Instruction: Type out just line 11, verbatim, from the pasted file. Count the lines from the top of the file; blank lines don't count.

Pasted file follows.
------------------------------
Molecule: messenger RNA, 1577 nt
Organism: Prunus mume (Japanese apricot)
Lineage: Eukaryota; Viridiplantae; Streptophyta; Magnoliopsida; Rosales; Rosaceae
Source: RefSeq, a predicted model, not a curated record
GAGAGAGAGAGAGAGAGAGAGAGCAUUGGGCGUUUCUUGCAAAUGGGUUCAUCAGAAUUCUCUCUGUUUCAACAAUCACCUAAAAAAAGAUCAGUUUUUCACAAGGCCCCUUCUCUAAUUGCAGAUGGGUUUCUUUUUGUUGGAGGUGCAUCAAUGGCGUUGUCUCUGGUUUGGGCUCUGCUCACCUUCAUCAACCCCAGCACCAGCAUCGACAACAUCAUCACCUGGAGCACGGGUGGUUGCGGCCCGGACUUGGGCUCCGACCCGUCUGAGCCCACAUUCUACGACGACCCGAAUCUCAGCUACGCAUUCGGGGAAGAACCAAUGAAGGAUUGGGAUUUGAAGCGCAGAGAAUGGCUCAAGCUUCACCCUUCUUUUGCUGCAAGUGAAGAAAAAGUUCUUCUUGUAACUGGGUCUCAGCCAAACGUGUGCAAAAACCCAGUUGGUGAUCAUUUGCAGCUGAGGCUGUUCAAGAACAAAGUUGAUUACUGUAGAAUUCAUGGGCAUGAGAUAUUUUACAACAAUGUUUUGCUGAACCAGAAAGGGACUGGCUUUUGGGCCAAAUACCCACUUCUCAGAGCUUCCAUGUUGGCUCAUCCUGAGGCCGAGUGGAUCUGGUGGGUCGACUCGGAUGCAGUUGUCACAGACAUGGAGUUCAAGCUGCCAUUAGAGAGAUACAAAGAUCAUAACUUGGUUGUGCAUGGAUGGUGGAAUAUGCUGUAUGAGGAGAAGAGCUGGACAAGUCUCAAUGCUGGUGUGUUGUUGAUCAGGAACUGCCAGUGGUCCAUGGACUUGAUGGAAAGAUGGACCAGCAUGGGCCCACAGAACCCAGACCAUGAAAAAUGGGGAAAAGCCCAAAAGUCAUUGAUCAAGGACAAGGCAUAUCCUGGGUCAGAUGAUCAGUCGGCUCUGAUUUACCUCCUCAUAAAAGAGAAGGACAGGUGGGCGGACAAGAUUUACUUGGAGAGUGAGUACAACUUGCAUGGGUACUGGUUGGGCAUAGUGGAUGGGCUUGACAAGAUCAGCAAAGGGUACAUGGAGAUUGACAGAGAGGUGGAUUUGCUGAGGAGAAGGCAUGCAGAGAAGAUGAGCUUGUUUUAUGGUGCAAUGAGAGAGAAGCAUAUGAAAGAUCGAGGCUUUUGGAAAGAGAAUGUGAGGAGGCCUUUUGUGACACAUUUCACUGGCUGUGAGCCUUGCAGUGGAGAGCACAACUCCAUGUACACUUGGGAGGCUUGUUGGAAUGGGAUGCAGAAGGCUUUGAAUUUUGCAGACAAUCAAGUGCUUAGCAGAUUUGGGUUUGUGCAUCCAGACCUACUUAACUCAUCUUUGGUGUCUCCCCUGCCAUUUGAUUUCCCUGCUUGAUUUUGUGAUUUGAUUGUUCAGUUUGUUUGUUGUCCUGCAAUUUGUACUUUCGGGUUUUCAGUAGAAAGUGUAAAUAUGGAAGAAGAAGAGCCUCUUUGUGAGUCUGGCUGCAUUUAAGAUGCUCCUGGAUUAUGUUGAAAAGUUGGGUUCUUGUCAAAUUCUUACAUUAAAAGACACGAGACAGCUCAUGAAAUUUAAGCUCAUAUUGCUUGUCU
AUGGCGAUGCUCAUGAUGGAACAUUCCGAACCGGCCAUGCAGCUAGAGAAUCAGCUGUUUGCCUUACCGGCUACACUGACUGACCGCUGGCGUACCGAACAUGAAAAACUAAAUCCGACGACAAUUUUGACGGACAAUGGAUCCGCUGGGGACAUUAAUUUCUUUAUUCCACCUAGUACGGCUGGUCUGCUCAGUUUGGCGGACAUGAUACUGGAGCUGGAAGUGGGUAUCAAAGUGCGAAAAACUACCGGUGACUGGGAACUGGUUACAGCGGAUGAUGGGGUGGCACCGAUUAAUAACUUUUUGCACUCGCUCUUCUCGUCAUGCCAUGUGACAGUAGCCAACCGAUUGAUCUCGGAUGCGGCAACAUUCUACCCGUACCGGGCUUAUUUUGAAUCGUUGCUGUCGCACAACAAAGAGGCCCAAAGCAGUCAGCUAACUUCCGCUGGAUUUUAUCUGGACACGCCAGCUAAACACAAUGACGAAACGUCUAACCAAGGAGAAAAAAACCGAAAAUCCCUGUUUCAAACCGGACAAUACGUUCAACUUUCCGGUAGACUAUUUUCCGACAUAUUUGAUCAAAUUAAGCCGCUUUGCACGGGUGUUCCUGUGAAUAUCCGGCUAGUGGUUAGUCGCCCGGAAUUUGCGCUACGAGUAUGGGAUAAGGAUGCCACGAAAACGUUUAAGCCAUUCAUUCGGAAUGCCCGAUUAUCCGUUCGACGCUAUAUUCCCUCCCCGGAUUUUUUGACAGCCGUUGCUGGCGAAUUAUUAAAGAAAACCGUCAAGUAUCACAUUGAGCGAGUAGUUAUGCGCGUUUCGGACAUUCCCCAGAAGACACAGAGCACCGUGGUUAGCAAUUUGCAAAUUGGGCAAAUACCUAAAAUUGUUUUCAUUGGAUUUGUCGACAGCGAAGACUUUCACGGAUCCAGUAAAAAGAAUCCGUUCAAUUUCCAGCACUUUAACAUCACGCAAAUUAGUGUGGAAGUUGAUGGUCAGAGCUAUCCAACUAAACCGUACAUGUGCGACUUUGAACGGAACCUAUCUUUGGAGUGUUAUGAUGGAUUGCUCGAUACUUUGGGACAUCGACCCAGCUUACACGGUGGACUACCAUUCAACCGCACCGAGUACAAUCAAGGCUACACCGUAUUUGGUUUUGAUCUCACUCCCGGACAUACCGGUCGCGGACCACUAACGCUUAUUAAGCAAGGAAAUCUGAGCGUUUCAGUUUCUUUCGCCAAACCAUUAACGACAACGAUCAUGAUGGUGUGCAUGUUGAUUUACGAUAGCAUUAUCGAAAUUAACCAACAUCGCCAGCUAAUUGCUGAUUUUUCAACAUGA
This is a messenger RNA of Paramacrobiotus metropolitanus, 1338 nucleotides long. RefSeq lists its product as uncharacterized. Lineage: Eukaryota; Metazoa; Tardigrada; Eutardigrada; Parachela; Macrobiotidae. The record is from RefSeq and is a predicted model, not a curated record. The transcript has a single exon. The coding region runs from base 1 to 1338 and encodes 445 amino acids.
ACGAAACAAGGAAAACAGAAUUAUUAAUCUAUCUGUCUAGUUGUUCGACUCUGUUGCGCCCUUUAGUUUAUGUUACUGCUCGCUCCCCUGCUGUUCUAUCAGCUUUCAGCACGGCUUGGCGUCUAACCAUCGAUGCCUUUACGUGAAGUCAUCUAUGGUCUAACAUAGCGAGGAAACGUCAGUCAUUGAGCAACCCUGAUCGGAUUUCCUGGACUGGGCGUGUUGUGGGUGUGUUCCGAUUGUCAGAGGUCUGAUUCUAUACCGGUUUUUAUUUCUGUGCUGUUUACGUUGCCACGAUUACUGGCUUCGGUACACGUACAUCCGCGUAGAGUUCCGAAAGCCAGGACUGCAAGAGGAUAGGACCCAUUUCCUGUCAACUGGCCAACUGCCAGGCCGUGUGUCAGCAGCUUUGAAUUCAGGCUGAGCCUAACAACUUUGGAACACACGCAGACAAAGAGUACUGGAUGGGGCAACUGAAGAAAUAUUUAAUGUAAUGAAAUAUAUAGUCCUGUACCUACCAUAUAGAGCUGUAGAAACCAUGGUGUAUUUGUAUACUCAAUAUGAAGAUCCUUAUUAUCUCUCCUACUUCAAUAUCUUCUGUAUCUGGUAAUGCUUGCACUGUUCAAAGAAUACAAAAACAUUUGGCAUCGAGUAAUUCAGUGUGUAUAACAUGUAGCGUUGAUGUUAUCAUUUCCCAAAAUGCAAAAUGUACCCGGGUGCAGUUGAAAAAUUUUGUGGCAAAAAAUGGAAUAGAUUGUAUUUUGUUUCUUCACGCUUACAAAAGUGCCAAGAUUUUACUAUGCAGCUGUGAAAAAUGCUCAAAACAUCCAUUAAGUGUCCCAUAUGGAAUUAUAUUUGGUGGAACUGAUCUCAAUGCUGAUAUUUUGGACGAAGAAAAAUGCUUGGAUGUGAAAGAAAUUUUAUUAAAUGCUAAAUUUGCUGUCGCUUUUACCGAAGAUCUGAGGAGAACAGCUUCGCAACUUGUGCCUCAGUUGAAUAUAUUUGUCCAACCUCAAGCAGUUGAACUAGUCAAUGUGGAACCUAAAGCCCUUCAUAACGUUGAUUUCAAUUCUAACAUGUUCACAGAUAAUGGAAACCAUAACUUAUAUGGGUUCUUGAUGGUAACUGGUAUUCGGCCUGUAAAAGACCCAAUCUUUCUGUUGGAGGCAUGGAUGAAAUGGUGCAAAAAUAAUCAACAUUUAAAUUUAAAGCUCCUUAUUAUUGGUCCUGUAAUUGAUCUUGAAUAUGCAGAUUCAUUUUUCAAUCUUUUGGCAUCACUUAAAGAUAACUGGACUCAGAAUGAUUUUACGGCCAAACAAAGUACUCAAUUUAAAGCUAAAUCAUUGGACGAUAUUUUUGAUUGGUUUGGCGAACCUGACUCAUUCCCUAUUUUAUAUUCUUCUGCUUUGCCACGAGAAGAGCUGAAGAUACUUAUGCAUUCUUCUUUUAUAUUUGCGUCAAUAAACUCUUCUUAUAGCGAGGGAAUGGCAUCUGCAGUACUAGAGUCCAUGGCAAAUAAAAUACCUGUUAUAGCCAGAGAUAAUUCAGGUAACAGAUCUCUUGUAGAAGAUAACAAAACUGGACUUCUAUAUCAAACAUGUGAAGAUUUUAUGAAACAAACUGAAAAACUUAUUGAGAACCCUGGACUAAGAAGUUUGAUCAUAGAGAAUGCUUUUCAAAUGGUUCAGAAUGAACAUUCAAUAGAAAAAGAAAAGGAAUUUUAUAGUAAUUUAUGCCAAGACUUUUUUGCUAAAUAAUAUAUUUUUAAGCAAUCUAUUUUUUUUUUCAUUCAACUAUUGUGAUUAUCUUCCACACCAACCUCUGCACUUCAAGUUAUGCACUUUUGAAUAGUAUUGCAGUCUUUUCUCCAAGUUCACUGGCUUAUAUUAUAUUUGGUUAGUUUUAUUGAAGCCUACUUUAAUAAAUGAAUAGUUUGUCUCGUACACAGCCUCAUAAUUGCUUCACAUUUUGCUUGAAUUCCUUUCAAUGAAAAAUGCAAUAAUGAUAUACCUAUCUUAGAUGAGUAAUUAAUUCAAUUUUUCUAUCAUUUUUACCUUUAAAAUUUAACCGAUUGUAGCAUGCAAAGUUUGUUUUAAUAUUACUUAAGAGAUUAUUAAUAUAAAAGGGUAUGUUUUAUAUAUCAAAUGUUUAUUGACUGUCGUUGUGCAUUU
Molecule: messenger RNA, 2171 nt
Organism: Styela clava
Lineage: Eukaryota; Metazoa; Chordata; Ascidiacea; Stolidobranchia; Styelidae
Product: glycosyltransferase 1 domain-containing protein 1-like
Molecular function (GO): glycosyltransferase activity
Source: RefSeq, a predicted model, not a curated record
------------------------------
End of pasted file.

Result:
Lineage: Eukaryota; Metazoa; Chordata; Ascidiacea; Stolidobranchia; Styelidae